First Impressions: Kingdoms of Amalur

With today’s gaming world full of sequels & remakes, a brand new title is definitely something to take notice of.  That being said, the minds behind Kingdoms of Amalur: Reckoning are not novices.  With Ken Rolston from earlier Elder Scroll games as executive designer & prolific fantasy writer R.A. Salvatore on board, KoA is very ambitious for a first game.  To call it an open-world RPG doesn’t do it justice.  Nearly sixteen hours in, & I’m only in the third small region of the game.  The map makes the world of Amalur seem jaw-droppingly huge.  Rather suitable, given one of the developers in called Big Huge Games.

Red areas are where I’ve explored

 I’ve only just barely scratched the surface of the main quest, so I don’t know much more about the main plot than I did before I got the game.  A group of immortal creatures have declared war on the mortal races.  In an attempt to end the war, a secret project called the Well of Souls is created to try to bring the dead back to life.  The protagonist is the only success.  Now no longer bound by fate, they’re able to choose their own path.  Likely the end goal will be defeated the corrupt king of the Winter Court.  I’ve completed several other quests, including joining the House of Ballads (something usually reserved only for the immortal Fae), joining the Warsworn (think Fighter’s Guild), got invited to join the Travelers (Thieves Guild) & saving a town from giant spiders being controlled by “The Widow,” which culminated in my first real boss fight & earning a house for myself.

So far I’m very impressed by the combat & skills system.  Combat is very fast & fluid, with lots of customization.  I especially like that you can have two weapons active at a time & four main talents.  Another defining feature of the game is the ability to collect the fate energy of your slain foes & use it to Fate Shift, which increases your damage & allows for a QTE cutscene to finish enemies off for extra experience.  There are three different classes to pour your skills into: Might, Finesse & Sorcery.  Rather than making you stick to a set class, you can purchase whatever skills you want.  This means you can specialize in one class or create a balance.  At the time of writing, my Dark Elf is a mix of Finesse & Sorcery.  I was originally using daggers & chakrams for fast, close combat & stealth kills as well as medium ranged, mob combat, but have since switched the daggers for faeblades.  I use the starting Storm Bolt spell a lot, as well as Mark of Flame to give me a ranged ability.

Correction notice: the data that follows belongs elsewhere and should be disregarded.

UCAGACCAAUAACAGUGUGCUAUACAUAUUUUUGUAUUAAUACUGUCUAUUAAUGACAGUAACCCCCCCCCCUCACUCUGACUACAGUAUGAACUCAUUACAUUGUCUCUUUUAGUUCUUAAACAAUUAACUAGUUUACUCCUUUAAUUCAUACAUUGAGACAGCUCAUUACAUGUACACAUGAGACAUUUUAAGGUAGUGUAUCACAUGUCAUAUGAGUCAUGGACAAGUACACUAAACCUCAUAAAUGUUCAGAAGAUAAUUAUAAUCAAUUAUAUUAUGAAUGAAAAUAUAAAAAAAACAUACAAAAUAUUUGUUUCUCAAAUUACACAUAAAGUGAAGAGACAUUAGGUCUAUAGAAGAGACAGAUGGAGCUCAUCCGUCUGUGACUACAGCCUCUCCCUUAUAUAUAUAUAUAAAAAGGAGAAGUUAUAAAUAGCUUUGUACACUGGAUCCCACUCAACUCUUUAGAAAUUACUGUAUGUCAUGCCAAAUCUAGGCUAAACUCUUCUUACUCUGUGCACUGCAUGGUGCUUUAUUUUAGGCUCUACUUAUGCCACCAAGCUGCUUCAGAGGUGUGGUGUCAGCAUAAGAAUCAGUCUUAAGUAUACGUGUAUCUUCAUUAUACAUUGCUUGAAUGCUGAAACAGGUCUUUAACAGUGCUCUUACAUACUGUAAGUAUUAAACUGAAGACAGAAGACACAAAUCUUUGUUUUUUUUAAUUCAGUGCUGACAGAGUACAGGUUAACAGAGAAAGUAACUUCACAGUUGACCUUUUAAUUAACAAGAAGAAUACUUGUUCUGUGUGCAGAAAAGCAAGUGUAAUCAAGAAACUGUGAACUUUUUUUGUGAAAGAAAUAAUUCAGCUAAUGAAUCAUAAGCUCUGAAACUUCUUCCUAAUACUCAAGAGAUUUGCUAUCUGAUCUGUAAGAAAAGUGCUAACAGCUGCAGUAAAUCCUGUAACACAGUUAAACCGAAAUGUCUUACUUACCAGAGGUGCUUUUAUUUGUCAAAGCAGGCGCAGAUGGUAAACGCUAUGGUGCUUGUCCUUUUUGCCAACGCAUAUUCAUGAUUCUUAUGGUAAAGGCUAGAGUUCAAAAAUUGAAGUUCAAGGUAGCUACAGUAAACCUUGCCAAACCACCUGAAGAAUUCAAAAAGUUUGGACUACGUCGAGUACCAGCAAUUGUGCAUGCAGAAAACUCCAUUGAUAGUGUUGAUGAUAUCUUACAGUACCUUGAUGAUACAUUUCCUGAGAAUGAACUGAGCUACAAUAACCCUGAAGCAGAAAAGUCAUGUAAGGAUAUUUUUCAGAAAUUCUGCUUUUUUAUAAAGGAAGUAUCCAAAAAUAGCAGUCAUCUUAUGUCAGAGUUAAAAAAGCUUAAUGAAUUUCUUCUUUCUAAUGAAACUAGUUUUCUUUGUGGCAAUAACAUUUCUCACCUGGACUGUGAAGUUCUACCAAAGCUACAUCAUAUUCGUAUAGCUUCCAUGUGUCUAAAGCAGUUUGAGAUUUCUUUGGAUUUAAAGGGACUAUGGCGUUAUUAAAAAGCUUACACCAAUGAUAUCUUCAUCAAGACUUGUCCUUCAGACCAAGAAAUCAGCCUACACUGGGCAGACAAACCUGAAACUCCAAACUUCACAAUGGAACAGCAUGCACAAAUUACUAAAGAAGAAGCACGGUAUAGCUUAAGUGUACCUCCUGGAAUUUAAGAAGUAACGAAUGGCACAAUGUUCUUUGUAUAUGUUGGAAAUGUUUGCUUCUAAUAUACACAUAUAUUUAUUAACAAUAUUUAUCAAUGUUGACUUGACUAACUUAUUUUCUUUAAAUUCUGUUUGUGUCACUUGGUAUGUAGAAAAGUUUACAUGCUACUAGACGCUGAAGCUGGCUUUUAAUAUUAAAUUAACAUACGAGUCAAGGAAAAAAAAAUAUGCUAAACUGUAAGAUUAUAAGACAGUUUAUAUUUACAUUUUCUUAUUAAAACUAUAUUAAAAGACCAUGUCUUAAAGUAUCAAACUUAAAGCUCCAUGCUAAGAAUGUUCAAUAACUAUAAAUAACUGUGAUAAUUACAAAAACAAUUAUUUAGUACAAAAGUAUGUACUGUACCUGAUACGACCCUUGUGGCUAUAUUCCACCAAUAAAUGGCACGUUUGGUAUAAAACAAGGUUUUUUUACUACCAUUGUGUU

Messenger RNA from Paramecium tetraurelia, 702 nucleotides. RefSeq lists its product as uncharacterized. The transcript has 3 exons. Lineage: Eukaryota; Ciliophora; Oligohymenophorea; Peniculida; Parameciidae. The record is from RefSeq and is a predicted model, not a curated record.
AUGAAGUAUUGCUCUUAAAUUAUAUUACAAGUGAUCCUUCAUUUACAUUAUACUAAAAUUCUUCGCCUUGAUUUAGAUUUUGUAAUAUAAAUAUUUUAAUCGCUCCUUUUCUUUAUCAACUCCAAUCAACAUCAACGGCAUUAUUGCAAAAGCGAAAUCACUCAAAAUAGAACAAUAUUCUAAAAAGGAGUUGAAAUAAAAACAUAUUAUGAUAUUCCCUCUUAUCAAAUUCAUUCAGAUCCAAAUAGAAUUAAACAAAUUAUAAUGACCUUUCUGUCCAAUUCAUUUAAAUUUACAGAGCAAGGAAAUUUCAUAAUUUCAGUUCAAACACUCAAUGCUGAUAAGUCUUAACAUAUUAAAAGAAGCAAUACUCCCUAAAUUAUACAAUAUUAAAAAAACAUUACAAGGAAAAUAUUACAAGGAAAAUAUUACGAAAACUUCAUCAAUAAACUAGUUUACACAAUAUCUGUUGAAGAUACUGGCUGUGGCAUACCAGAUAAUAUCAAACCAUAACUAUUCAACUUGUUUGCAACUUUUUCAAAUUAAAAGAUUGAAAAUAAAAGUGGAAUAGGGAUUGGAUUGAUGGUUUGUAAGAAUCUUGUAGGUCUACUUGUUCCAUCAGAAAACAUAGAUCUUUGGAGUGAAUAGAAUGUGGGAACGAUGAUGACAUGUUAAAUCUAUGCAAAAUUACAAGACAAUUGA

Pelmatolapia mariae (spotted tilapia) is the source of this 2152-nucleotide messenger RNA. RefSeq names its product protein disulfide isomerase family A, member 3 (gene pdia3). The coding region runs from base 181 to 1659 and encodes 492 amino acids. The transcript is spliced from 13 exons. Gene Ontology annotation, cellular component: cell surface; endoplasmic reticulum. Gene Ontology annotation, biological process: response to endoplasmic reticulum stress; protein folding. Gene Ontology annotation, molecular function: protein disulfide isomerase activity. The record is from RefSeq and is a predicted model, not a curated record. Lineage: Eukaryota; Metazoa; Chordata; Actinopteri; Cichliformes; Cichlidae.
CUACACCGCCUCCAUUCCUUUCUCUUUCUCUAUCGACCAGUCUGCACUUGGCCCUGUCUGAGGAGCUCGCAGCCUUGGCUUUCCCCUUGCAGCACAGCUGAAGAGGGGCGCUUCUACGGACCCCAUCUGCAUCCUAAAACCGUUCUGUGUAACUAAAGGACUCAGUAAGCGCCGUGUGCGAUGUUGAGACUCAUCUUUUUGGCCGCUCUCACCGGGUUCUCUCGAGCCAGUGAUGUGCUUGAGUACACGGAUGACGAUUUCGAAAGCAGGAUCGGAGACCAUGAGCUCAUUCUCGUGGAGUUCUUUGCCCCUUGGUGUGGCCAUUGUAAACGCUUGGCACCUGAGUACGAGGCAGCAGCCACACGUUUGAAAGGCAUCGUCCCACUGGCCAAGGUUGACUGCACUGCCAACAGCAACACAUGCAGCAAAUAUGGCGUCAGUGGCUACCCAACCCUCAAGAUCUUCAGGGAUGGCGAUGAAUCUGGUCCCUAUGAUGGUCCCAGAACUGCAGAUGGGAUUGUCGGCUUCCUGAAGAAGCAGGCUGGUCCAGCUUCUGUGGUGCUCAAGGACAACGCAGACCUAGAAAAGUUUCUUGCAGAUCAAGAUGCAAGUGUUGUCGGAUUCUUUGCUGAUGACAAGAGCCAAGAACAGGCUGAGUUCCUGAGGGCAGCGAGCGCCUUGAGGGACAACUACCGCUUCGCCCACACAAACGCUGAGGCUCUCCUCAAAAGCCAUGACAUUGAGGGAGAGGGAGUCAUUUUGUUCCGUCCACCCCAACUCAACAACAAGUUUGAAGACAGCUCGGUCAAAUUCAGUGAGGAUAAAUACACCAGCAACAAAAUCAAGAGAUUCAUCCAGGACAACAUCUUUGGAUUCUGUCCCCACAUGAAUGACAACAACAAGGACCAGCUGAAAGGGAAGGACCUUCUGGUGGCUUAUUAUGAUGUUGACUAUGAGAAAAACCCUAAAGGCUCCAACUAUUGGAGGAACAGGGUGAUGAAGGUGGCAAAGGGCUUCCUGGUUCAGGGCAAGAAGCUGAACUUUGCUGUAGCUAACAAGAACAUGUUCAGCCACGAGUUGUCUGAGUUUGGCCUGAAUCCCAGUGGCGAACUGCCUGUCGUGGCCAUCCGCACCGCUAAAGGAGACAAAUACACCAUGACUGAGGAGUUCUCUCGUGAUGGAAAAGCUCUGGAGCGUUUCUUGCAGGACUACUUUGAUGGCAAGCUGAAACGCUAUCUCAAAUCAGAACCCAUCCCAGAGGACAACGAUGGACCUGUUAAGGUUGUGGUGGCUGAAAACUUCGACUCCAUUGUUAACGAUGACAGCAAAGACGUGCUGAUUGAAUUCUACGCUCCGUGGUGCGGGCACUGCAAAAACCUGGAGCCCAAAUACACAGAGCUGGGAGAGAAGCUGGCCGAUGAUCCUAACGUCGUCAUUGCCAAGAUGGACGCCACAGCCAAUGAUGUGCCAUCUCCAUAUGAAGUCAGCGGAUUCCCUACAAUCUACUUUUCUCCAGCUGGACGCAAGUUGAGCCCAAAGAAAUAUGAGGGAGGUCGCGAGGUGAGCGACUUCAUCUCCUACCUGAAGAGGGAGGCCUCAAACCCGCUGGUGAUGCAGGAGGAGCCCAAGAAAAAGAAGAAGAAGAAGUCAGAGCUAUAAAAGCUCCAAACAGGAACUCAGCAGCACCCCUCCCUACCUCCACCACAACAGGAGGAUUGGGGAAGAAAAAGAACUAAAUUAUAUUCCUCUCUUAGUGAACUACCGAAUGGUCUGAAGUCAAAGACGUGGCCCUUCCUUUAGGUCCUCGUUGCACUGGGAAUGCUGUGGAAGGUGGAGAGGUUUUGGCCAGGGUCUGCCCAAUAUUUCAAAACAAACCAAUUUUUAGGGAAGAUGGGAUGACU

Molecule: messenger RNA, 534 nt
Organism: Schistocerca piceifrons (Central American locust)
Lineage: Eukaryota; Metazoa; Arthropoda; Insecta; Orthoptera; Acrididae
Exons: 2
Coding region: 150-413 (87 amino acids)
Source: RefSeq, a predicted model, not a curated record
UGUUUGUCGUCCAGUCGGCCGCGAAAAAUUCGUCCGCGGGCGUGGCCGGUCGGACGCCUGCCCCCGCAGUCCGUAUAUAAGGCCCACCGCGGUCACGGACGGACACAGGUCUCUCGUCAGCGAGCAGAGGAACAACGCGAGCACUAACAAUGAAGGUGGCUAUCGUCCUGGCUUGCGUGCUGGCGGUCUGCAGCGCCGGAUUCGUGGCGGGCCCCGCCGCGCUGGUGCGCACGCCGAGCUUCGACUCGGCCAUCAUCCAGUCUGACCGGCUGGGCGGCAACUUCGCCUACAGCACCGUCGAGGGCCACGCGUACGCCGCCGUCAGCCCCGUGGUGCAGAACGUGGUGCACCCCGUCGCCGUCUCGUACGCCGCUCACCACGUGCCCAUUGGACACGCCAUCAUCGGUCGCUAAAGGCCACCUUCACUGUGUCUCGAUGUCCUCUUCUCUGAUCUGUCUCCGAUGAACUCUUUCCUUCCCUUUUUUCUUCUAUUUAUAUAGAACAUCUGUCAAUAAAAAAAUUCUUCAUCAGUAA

I have to give Salvatore credit, although the world of Amalur is a familiar fantasy setting, there are a lot of unique elements.  I read somewhere that he wrote a 1000 page history of the world just for the game.  A lot of the creatures are things I’ve never seen before, like the boggarts & brownies.  Of course there are some old staples, like giant rats, spiders & sprites.

I’ve been enjoying the game so far, but it’s not without complaints.  My main complaint is that some items cost a ridiculous amount of money.  Once I actually started exploring the land & fighting, I’ve been coming across enough loot to keep my money reserves up.  But that doesn’t change the fact that 7500 gold for a backpack upgrade that only adds ten more slots, or a single ability upgrade training costing over 15000 is more than a bit exorbitant.  I’m also a bit disappointed with the stealth.  It works fine, but most of the enemies I’ve come across are in tightly packed groups, making stealth impossible.  Hopefully I’ll find more opportunities for it later.  I’m also not crazy about the lockpicking & dispelling system.  It’s hard to stop picking a lock before the pick breaks.  This is somewhat fixed by the fact that higher levels in lockpicking let you auto-attempt.  The same is true for dispel.  It’s similar to a rhythm game where you have to hit the symbols at the right time.  Failing can be disastrous.

As with Skyrim, this game will probably be too long for me to wait until I’m completely finished to review it.  Instead, I’ll wait until I feel I’ve experienced enough of what the game has to offer to give an accurate opinion.

– GamerDame


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